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Cure for the ‘me’ obsession

18 July 2014

Jenny Francis reads a psychiatrist who prescribes the gospel

The Big Ego Trip: Finding true significance in a culture of self-esteem
Glynn Harrison
IVP £9.99
Church Times Bookshop £9 (Use code CT641 )

MANY readers of this paper will have seen TV commercials promoting women's beauty products, which end with the seductive phrase "You're worth it!"

This is just one contemporary illustration of the very self-focused world we inhabit. Glynn Harrison has written this expert analysis of the self-esteem ideology that has gradually penetrated much of our current thinking. He shows how this has shaped a society in which we are constantly rating our achievements, thinking of ourselves as "the greatest", or a "brilliant/hopeless" person, always stirring up our inner feelings. This culture of self-esteem leads directly to one of narcissism and of confidently demanding one's rights.

The author is Professor Emeritus of Psychiatry at Bristol University and he writes compellingly, in a contemporary style, of how this culture has crept on us insidiously since the 1960s and '70s. He refers to the work of significant therapists, psychiatrists, and philosophers, quoting Freud, Carl Rogers, John Bowlby, and others in UK and United States. He maintains even that the world of arts and drama has seen a gradual shift in focus, "me" moving increasingly to the centre. Church worship reflects this, too, moving away from hymns about Victorian humility.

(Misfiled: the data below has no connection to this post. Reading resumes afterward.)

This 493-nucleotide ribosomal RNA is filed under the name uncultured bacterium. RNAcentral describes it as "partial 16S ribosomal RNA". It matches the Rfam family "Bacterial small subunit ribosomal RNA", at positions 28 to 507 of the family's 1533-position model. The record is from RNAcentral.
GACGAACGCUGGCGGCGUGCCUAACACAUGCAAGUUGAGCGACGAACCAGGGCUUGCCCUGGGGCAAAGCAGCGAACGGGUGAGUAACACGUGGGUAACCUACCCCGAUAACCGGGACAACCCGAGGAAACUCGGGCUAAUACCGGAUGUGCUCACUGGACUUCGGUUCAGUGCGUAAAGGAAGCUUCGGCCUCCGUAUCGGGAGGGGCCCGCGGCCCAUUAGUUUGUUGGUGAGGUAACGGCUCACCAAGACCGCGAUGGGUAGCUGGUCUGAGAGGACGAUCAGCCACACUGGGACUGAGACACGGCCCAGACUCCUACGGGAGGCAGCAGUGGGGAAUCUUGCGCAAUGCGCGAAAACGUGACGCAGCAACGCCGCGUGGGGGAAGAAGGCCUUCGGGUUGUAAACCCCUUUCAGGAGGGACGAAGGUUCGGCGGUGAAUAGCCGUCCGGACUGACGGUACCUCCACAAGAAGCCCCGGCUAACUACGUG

Humorously he describes the effect of rearing a daughter, for instance, to be regarded as a "precious princess", her self-esteem built up inappropriately, and resulting in her inability to cope with subsequent failure, or negative experiences.

Consequently, Harrison concludes that self-esteem ideology raises profound questions about nature and human destiny which cannot be answered by experimental psychology. "Without a coherent worldview, our journey has hit the buffers;" and "we need to unravel the effects of this cultural epidemic of self-veneration." Where better to look, he says, than to the Christian faith "resting on the person and work of Jesus Christ - the 'Word' of God made flesh"?

In the rest of the book he explores the biblical world-view that, he believes, provides a way of managing both self and feelings. We are encouraged to be self-compassionate, always remembering that it is because God loved us so much that we became his children by adoption and grace. This is what makes us different, helping us put others' needs before ours, confidently leaving all the judging to God, safe in the knowledge that this transformative self-compassion is about self-denial, self-discipline, and self-control.

This is a warm and humane book in which the author uses well his gift for accurate observation. His rigorous evaluation of the ways we have been brainwashed by our seductive culture is complemented by his evident Christian faith. We must be grateful for this timely contribution to our understanding of a serious threat to our Christian inheritance, life, and practice.

The Revd Jenny Francis is a retired psychotherapist and a priest in the diocese of Exeter.

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